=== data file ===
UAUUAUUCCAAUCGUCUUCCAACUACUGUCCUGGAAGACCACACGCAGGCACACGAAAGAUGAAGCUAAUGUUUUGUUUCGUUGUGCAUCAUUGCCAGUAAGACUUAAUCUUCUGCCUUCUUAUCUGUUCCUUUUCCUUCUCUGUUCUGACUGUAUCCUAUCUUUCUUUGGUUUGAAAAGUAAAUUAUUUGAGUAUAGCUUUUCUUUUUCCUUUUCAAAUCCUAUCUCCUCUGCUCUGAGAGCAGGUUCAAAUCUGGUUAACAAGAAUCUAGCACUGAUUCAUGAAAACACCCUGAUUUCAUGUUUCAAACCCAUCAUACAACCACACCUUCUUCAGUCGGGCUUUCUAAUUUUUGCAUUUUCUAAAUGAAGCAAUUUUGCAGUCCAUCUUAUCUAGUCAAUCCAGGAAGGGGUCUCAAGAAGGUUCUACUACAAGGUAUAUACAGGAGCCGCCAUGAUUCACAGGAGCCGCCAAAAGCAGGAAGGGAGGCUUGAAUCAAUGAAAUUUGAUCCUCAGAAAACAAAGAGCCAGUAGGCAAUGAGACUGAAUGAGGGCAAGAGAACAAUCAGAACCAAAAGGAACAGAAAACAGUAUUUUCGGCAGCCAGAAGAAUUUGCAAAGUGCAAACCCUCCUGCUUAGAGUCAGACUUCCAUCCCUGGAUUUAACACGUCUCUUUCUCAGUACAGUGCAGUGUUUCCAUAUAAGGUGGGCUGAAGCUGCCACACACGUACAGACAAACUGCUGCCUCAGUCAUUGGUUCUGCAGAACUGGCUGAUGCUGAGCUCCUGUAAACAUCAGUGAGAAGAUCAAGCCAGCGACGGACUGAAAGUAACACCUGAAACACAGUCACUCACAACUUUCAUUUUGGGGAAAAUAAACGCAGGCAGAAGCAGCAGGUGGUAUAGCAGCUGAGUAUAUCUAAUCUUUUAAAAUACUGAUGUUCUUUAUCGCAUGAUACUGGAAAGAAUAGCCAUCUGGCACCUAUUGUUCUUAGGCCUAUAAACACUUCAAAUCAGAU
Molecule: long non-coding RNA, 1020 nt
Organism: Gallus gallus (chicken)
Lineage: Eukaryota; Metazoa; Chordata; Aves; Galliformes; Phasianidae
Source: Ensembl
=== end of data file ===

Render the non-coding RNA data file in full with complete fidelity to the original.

UAUUAUUCCAAUCGUCUUCCAACUACUGUCCUGGAAGACCACACGCAGGCACACGAAAGAUGAAGCUAAUGUUUUGUUUCGUUGUGCAUCAUUGCCAGUAAGACUUAAUCUUCUGCCUUCUUAUCUGUUCCUUUUCCUUCUCUGUUCUGACUGUAUCCUAUCUUUCUUUGGUUUGAAAAGUAAAUUAUUUGAGUAUAGCUUUUCUUUUUCCUUUUCAAAUCCUAUCUCCUCUGCUCUGAGAGCAGGUUCAAAUCUGGUUAACAAGAAUCUAGCACUGAUUCAUGAAAACACCCUGAUUUCAUGUUUCAAACCCAUCAUACAACCACACCUUCUUCAGUCGGGCUUUCUAAUUUUUGCAUUUUCUAAAUGAAGCAAUUUUGCAGUCCAUCUUAUCUAGUCAAUCCAGGAAGGGGUCUCAAGAAGGUUCUACUACAAGGUAUAUACAGGAGCCGCCAUGAUUCACAGGAGCCGCCAAAAGCAGGAAGGGAGGCUUGAAUCAAUGAAAUUUGAUCCUCAGAAAACAAAGAGCCAGUAGGCAAUGAGACUGAAUGAGGGCAAGAGAACAAUCAGAACCAAAAGGAACAGAAAACAGUAUUUUCGGCAGCCAGAAGAAUUUGCAAAGUGCAAACCCUCCUGCUUAGAGUCAGACUUCCAUCCCUGGAUUUAACACGUCUCUUUCUCAGUACAGUGCAGUGUUUCCAUAUAAGGUGGGCUGAAGCUGCCACACACGUACAGACAAACUGCUGCCUCAGUCAUUGGUUCUGCAGAACUGGCUGAUGCUGAGCUCCUGUAAACAUCAGUGAGAAGAUCAAGCCAGCGACGGACUGAAAGUAACACCUGAAACACAGUCACUCACAACUUUCAUUUUGGGGAAAAUAAACGCAGGCAGAAGCAGCAGGUGGUAUAGCAGCUGAGUAUAUCUAAUCUUUUAAAAUACUGAUGUUCUUUAUCGCAUGAUACUGGAAAGAAUAGCCAUCUGGCACCUAUUGUUCUUAGGCCUAUAAACACUUCAAAUCAGAU
Molecule: long non-coding RNA, 1020 nt
Organism: Gallus gallus (chicken)
Lineage: Eukaryota; Metazoa; Chordata; Aves; Galliformes; Phasianidae
Source: Ensembl